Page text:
Modern day Israel can sometimes feel like a recent bruise. It can hurt to brush up against it. Occasionally someone with experience in the region writes a new melody that is both beautiful and plaintive, and perhaps the saddest sound ever heard, a sound from the other side of a wall.

Englander’s new novel might be that new music, filled with regret for the wasted time and wasted lives, for what could have been, and what has not come to be. He points out that the time to settle the state issues have come many times, and each time something more dangerous, deadly, and self-defeating was chosen. What is there to lose now? How can “even-ing the score” help in any way? Haven’t we been here before all the deaths?

The novel describes a twelve year period beginning in 2002, a year of enormous instability and fear throughout the Middle East, on every side of every battle. Spies were everywhere, and some were looking not just for weaknesses but for opportunities. What Englander reminds us again and again in this novel is how close the Palestinians and Israelis are, how well they have studied each other. Their hate is more like love.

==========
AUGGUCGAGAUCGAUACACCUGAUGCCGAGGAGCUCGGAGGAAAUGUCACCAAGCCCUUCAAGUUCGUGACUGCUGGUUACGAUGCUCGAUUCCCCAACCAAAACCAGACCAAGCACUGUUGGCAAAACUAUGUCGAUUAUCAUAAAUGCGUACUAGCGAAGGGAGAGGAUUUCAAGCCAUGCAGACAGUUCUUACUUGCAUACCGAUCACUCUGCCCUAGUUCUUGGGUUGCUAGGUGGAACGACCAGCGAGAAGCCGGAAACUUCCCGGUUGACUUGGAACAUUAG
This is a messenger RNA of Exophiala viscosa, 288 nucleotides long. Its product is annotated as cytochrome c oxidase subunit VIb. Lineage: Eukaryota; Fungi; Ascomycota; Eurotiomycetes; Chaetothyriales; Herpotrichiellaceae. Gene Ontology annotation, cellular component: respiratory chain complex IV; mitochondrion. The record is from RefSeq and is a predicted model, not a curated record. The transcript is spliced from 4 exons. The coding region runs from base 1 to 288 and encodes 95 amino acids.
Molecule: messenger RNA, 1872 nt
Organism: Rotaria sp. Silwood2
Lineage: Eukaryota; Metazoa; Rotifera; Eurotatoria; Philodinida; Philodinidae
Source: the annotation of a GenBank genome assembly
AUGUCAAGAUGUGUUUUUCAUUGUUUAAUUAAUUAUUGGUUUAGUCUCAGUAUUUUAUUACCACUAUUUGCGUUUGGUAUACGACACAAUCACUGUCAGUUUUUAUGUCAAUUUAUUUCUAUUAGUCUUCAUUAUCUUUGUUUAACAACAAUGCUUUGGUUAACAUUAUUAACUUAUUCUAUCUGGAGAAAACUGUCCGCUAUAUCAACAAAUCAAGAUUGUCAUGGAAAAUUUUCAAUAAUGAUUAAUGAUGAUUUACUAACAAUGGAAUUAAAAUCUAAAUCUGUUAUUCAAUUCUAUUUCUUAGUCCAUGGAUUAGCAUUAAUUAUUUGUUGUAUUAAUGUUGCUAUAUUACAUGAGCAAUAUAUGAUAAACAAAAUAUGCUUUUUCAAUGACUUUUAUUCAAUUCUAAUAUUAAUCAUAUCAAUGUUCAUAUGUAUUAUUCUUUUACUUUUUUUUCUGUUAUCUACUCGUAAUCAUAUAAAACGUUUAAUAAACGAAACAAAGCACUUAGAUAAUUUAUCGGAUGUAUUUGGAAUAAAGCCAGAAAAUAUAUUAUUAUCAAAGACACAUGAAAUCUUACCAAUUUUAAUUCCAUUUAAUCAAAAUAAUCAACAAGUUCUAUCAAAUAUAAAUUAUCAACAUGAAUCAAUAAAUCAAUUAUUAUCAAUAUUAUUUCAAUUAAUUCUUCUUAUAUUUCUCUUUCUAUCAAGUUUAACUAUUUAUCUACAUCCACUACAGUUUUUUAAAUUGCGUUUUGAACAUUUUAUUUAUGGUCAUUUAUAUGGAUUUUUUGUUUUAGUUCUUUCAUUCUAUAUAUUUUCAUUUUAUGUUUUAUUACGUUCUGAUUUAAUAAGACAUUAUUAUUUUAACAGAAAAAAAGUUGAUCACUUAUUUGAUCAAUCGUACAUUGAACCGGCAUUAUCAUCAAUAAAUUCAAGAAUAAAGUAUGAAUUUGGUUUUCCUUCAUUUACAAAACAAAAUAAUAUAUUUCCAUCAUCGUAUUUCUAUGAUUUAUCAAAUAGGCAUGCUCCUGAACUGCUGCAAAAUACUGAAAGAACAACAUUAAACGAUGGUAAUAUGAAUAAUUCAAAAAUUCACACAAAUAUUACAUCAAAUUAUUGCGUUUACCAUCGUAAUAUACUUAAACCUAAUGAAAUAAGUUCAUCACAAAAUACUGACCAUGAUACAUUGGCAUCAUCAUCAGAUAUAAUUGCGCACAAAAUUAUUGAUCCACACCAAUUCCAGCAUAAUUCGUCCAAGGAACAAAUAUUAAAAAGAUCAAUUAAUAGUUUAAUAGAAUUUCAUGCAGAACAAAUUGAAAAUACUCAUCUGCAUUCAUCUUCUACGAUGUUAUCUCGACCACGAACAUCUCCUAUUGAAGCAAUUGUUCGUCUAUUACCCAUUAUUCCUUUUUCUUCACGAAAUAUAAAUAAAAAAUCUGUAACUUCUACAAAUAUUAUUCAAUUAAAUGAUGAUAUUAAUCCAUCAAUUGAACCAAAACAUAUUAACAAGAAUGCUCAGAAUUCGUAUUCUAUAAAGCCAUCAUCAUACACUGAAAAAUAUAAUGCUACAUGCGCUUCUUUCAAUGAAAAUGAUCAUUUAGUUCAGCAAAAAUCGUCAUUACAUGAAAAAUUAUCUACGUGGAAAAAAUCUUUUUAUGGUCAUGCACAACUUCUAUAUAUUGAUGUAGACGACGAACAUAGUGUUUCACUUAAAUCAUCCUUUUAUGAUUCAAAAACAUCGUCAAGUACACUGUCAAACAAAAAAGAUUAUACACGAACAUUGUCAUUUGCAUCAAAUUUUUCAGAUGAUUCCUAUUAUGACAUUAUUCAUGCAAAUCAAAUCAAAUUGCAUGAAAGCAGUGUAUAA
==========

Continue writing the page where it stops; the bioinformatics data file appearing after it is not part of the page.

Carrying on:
During eight years of that twelve year-period 2002-2014, ‘the General’ Ariel Sharon lie in his bed, in a waking coma, able to hear, apparently, though perhaps unable to make sense of what he heard. While the General remained alive, a hope for peace remained among his supporters because Sharon alone was willing to withdraw from Gaza. Though Sharon led some of the most decisive attacks against Palestinian aggression anywhere, he understood that he was responsible for Israel’s future, which meant peace. Military ends had not bring the stability he’d sought. Every year he lay in bed, the hope dimmed further.